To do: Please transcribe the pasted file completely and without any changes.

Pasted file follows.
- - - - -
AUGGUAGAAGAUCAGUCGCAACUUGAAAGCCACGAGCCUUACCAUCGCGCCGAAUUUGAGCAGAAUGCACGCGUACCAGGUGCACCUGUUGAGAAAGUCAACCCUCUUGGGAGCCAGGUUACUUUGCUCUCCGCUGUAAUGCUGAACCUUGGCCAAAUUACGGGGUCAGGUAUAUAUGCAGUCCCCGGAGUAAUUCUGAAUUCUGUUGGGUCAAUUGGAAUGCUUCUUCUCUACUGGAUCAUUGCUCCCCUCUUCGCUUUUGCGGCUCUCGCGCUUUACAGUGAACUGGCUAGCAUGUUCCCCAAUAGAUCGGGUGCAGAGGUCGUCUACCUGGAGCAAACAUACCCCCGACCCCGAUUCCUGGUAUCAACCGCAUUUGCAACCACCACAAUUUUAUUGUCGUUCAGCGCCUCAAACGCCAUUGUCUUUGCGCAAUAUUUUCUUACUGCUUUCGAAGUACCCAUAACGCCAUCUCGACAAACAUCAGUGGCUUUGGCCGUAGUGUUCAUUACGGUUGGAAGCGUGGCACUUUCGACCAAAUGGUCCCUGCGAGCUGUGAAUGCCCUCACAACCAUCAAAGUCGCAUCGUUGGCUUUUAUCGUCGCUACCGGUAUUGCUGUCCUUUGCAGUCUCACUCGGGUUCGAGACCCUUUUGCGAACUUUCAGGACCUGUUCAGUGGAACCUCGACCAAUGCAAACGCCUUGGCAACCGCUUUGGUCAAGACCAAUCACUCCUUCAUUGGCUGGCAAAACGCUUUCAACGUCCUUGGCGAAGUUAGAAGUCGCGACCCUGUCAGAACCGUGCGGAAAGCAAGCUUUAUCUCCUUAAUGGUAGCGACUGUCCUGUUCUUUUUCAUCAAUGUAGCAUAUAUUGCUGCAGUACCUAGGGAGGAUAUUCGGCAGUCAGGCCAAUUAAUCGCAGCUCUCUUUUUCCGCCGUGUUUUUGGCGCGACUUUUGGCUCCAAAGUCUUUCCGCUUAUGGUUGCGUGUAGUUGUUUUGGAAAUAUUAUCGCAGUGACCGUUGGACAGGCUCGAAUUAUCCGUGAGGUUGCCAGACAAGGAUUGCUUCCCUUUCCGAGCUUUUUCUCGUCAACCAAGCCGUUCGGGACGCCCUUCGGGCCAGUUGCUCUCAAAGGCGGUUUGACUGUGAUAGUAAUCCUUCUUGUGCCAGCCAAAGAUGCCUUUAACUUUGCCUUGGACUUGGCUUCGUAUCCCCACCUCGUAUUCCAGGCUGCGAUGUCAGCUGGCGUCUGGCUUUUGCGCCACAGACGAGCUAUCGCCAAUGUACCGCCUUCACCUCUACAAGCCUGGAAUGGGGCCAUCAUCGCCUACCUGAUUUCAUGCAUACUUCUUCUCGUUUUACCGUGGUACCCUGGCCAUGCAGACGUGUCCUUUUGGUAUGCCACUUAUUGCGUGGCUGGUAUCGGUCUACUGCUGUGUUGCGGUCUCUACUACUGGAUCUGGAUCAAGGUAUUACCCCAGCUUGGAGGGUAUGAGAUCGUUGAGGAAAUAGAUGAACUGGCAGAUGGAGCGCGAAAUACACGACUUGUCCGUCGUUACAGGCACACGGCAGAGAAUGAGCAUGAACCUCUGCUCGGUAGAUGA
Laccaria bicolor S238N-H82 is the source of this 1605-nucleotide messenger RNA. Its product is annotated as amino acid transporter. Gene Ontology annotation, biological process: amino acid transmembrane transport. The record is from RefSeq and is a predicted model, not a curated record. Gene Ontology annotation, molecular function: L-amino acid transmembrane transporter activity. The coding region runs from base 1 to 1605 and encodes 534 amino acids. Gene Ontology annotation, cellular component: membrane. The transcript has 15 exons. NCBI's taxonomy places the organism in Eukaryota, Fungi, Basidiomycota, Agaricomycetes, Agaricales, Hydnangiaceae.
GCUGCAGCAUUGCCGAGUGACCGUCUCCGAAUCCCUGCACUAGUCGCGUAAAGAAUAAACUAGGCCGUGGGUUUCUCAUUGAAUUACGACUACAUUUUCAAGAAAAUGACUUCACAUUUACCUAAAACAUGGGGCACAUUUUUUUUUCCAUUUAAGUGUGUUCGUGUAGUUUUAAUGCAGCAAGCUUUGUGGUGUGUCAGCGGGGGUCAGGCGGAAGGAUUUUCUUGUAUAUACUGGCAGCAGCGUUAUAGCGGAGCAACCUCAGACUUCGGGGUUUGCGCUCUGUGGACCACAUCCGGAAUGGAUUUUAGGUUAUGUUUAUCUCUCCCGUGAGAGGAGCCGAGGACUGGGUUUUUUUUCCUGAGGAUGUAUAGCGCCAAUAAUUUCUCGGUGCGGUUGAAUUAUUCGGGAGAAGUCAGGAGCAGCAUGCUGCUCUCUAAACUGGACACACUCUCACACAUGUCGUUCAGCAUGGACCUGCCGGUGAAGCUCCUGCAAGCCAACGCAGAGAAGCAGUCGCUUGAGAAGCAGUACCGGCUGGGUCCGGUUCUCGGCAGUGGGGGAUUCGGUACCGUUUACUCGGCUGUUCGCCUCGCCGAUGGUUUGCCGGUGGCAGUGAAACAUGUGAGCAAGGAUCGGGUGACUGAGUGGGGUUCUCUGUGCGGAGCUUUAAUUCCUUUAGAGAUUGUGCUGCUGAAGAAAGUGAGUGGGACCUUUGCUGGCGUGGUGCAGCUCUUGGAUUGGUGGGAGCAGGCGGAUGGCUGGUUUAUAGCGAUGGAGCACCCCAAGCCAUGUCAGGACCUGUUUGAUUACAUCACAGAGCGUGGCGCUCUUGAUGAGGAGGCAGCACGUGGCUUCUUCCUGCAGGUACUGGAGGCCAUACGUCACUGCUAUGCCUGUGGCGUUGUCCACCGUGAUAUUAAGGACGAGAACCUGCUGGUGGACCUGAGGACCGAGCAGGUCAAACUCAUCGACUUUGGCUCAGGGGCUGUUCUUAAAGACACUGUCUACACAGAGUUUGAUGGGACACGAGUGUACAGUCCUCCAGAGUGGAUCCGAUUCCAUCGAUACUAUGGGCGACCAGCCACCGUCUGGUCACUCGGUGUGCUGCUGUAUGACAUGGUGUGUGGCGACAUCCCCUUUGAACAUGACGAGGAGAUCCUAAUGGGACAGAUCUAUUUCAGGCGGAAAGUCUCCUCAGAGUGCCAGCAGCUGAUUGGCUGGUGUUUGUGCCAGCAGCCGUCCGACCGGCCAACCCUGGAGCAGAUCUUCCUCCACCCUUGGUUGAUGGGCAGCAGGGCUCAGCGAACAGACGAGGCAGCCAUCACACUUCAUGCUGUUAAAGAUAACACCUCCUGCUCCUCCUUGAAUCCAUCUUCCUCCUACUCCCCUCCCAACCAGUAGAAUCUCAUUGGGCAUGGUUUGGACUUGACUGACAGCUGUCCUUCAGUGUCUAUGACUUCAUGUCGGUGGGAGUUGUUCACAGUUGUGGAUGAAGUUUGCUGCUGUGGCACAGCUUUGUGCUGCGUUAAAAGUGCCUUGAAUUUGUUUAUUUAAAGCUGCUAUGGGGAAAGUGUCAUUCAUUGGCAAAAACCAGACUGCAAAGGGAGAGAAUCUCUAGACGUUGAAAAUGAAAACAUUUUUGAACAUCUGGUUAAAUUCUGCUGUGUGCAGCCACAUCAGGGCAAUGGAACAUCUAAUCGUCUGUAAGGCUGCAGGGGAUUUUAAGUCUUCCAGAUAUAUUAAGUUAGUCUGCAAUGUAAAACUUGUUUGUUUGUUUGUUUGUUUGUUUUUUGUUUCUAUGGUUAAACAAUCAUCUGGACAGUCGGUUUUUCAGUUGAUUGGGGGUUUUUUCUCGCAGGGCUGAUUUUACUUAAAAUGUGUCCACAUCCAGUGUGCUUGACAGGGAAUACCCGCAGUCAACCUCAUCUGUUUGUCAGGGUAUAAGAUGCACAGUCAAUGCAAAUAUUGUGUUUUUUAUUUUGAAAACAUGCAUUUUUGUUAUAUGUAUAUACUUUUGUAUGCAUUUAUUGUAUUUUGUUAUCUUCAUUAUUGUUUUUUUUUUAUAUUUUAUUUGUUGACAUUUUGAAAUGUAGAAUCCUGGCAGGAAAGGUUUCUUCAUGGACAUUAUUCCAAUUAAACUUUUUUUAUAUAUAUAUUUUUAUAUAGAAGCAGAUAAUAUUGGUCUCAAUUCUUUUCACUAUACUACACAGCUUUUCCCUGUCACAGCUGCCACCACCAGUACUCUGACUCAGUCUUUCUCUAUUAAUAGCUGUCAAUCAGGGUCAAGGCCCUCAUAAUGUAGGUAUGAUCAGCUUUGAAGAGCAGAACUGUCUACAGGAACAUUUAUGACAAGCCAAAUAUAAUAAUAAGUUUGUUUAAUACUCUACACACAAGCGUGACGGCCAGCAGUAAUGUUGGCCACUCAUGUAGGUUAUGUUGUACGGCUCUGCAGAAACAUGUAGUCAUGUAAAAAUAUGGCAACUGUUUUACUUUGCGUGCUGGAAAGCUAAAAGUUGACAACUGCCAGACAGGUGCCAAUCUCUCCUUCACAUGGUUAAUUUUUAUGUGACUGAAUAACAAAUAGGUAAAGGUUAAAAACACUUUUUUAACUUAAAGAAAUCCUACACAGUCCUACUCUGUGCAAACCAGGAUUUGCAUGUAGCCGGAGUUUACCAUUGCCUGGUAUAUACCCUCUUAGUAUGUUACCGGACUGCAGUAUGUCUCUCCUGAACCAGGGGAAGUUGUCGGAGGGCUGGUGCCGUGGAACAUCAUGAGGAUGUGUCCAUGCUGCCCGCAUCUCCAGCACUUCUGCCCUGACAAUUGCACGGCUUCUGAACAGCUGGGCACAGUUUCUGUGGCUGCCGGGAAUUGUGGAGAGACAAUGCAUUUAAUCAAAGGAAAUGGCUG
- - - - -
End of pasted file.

AUGGUAGAAGAUCAGUCGCAACUUGAAAGCCACGAGCCUUACCAUCGCGCCGAAUUUGAGCAGAAUGCACGCGUACCAGGUGCACCUGUUGAGAAAGUCAACCCUCUUGGGAGCCAGGUUACUUUGCUCUCCGCUGUAAUGCUGAACCUUGGCCAAAUUACGGGGUCAGGUAUAUAUGCAGUCCCCGGAGUAAUUCUGAAUUCUGUUGGGUCAAUUGGAAUGCUUCUUCUCUACUGGAUCAUUGCUCCCCUCUUCGCUUUUGCGGCUCUCGCGCUUUACAGUGAACUGGCUAGCAUGUUCCCCAAUAGAUCGGGUGCAGAGGUCGUCUACCUGGAGCAAACAUACCCCCGACCCCGAUUCCUGGUAUCAACCGCAUUUGCAACCACCACAAUUUUAUUGUCGUUCAGCGCCUCAAACGCCAUUGUCUUUGCGCAAUAUUUUCUUACUGCUUUCGAAGUACCCAUAACGCCAUCUCGACAAACAUCAGUGGCUUUGGCCGUAGUGUUCAUUACGGUUGGAAGCGUGGCACUUUCGACCAAAUGGUCCCUGCGAGCUGUGAAUGCCCUCACAACCAUCAAAGUCGCAUCGUUGGCUUUUAUCGUCGCUACCGGUAUUGCUGUCCUUUGCAGUCUCACUCGGGUUCGAGACCCUUUUGCGAACUUUCAGGACCUGUUCAGUGGAACCUCGACCAAUGCAAACGCCUUGGCAACCGCUUUGGUCAAGACCAAUCACUCCUUCAUUGGCUGGCAAAACGCUUUCAACGUCCUUGGCGAAGUUAGAAGUCGCGACCCUGUCAGAACCGUGCGGAAAGCAAGCUUUAUCUCCUUAAUGGUAGCGACUGUCCUGUUCUUUUUCAUCAAUGUAGCAUAUAUUGCUGCAGUACCUAGGGAGGAUAUUCGGCAGUCAGGCCAAUUAAUCGCAGCUCUCUUUUUCCGCCGUGUUUUUGGCGCGACUUUUGGCUCCAAAGUCUUUCCGCUUAUGGUUGCGUGUAGUUGUUUUGGAAAUAUUAUCGCAGUGACCGUUGGACAGGCUCGAAUUAUCCGUGAGGUUGCCAGACAAGGAUUGCUUCCCUUUCCGAGCUUUUUCUCGUCAACCAAGCCGUUCGGGACGCCCUUCGGGCCAGUUGCUCUCAAAGGCGGUUUGACUGUGAUAGUAAUCCUUCUUGUGCCAGCCAAAGAUGCCUUUAACUUUGCCUUGGACUUGGCUUCGUAUCCCCACCUCGUAUUCCAGGCUGCGAUGUCAGCUGGCGUCUGGCUUUUGCGCCACAGACGAGCUAUCGCCAAUGUACCGCCUUCACCUCUACAAGCCUGGAAUGGGGCCAUCAUCGCCUACCUGAUUUCAUGCAUACUUCUUCUCGUUUUACCGUGGUACCCUGGCCAUGCAGACGUGUCCUUUUGGUAUGCCACUUAUUGCGUGGCUGGUAUCGGUCUACUGCUGUGUUGCGGUCUCUACUACUGGAUCUGGAUCAAGGUAUUACCCCAGCUUGGAGGGUAUGAGAUCGUUGAGGAAAUAGAUGAACUGGCAGAUGGAGCGCGAAAUACACGACUUGUCCGUCGUUACAGGCACACGGCAGAGAAUGAGCAUGAACCUCUGCUCGGUAGAUGA
Laccaria bicolor S238N-H82 is the source of this 1605-nucleotide messenger RNA. Its product is annotated as amino acid transporter. Gene Ontology annotation, biological process: amino acid transmembrane transport. The record is from RefSeq and is a predicted model, not a curated record. Gene Ontology annotation, molecular function: L-amino acid transmembrane transporter activity. The coding region runs from base 1 to 1605 and encodes 534 amino acids. Gene Ontology annotation, cellular component: membrane. The transcript has 15 exons. NCBI's taxonomy places the organism in Eukaryota, Fungi, Basidiomycota, Agaricomycetes, Agaricales, Hydnangiaceae.
GCUGCAGCAUUGCCGAGUGACCGUCUCCGAAUCCCUGCACUAGUCGCGUAAAGAAUAAACUAGGCCGUGGGUUUCUCAUUGAAUUACGACUACAUUUUCAAGAAAAUGACUUCACAUUUACCUAAAACAUGGGGCACAUUUUUUUUUCCAUUUAAGUGUGUUCGUGUAGUUUUAAUGCAGCAAGCUUUGUGGUGUGUCAGCGGGGGUCAGGCGGAAGGAUUUUCUUGUAUAUACUGGCAGCAGCGUUAUAGCGGAGCAACCUCAGACUUCGGGGUUUGCGCUCUGUGGACCACAUCCGGAAUGGAUUUUAGGUUAUGUUUAUCUCUCCCGUGAGAGGAGCCGAGGACUGGGUUUUUUUUCCUGAGGAUGUAUAGCGCCAAUAAUUUCUCGGUGCGGUUGAAUUAUUCGGGAGAAGUCAGGAGCAGCAUGCUGCUCUCUAAACUGGACACACUCUCACACAUGUCGUUCAGCAUGGACCUGCCGGUGAAGCUCCUGCAAGCCAACGCAGAGAAGCAGUCGCUUGAGAAGCAGUACCGGCUGGGUCCGGUUCUCGGCAGUGGGGGAUUCGGUACCGUUUACUCGGCUGUUCGCCUCGCCGAUGGUUUGCCGGUGGCAGUGAAACAUGUGAGCAAGGAUCGGGUGACUGAGUGGGGUUCUCUGUGCGGAGCUUUAAUUCCUUUAGAGAUUGUGCUGCUGAAGAAAGUGAGUGGGACCUUUGCUGGCGUGGUGCAGCUCUUGGAUUGGUGGGAGCAGGCGGAUGGCUGGUUUAUAGCGAUGGAGCACCCCAAGCCAUGUCAGGACCUGUUUGAUUACAUCACAGAGCGUGGCGCUCUUGAUGAGGAGGCAGCACGUGGCUUCUUCCUGCAGGUACUGGAGGCCAUACGUCACUGCUAUGCCUGUGGCGUUGUCCACCGUGAUAUUAAGGACGAGAACCUGCUGGUGGACCUGAGGACCGAGCAGGUCAAACUCAUCGACUUUGGCUCAGGGGCUGUUCUUAAAGACACUGUCUACACAGAGUUUGAUGGGACACGAGUGUACAGUCCUCCAGAGUGGAUCCGAUUCCAUCGAUACUAUGGGCGACCAGCCACCGUCUGGUCACUCGGUGUGCUGCUGUAUGACAUGGUGUGUGGCGACAUCCCCUUUGAACAUGACGAGGAGAUCCUAAUGGGACAGAUCUAUUUCAGGCGGAAAGUCUCCUCAGAGUGCCAGCAGCUGAUUGGCUGGUGUUUGUGCCAGCAGCCGUCCGACCGGCCAACCCUGGAGCAGAUCUUCCUCCACCCUUGGUUGAUGGGCAGCAGGGCUCAGCGAACAGACGAGGCAGCCAUCACACUUCAUGCUGUUAAAGAUAACACCUCCUGCUCCUCCUUGAAUCCAUCUUCCUCCUACUCCCCUCCCAACCAGUAGAAUCUCAUUGGGCAUGGUUUGGACUUGACUGACAGCUGUCCUUCAGUGUCUAUGACUUCAUGUCGGUGGGAGUUGUUCACAGUUGUGGAUGAAGUUUGCUGCUGUGGCACAGCUUUGUGCUGCGUUAAAAGUGCCUUGAAUUUGUUUAUUUAAAGCUGCUAUGGGGAAAGUGUCAUUCAUUGGCAAAAACCAGACUGCAAAGGGAGAGAAUCUCUAGACGUUGAAAAUGAAAACAUUUUUGAACAUCUGGUUAAAUUCUGCUGUGUGCAGCCACAUCAGGGCAAUGGAACAUCUAAUCGUCUGUAAGGCUGCAGGGGAUUUUAAGUCUUCCAGAUAUAUUAAGUUAGUCUGCAAUGUAAAACUUGUUUGUUUGUUUGUUUGUUUGUUUUUUGUUUCUAUGGUUAAACAAUCAUCUGGACAGUCGGUUUUUCAGUUGAUUGGGGGUUUUUUCUCGCAGGGCUGAUUUUACUUAAAAUGUGUCCACAUCCAGUGUGCUUGACAGGGAAUACCCGCAGUCAACCUCAUCUGUUUGUCAGGGUAUAAGAUGCACAGUCAAUGCAAAUAUUGUGUUUUUUAUUUUGAAAACAUGCAUUUUUGUUAUAUGUAUAUACUUUUGUAUGCAUUUAUUGUAUUUUGUUAUCUUCAUUAUUGUUUUUUUUUUAUAUUUUAUUUGUUGACAUUUUGAAAUGUAGAAUCCUGGCAGGAAAGGUUUCUUCAUGGACAUUAUUCCAAUUAAACUUUUUUUAUAUAUAUAUUUUUAUAUAGAAGCAGAUAAUAUUGGUCUCAAUUCUUUUCACUAUACUACACAGCUUUUCCCUGUCACAGCUGCCACCACCAGUACUCUGACUCAGUCUUUCUCUAUUAAUAGCUGUCAAUCAGGGUCAAGGCCCUCAUAAUGUAGGUAUGAUCAGCUUUGAAGAGCAGAACUGUCUACAGGAACAUUUAUGACAAGCCAAAUAUAAUAAUAAGUUUGUUUAAUACUCUACACACAAGCGUGACGGCCAGCAGUAAUGUUGGCCACUCAUGUAGGUUAUGUUGUACGGCUCUGCAGAAACAUGUAGUCAUGUAAAAAUAUGGCAACUGUUUUACUUUGCGUGCUGGAAAGCUAAAAGUUGACAACUGCCAGACAGGUGCCAAUCUCUCCUUCACAUGGUUAAUUUUUAUGUGACUGAAUAACAAAUAGGUAAAGGUUAAAAACACUUUUUUAACUUAAAGAAAUCCUACACAGUCCUACUCUGUGCAAACCAGGAUUUGCAUGUAGCCGGAGUUUACCAUUGCCUGGUAUAUACCCUCUUAGUAUGUUACCGGACUGCAGUAUGUCUCUCCUGAACCAGGGGAAGUUGUCGGAGGGCUGGUGCCGUGGAACAUCAUGAGGAUGUGUCCAUGCUGCCCGCAUCUCCAGCACUUCUGCCCUGACAAUUGCACGGCUUCUGAACAGCUGGGCACAGUUUCUGUGGCUGCCGGGAAUUGUGGAGAGACAAUGCAUUUAAUCAAAGGAAAUGGCUG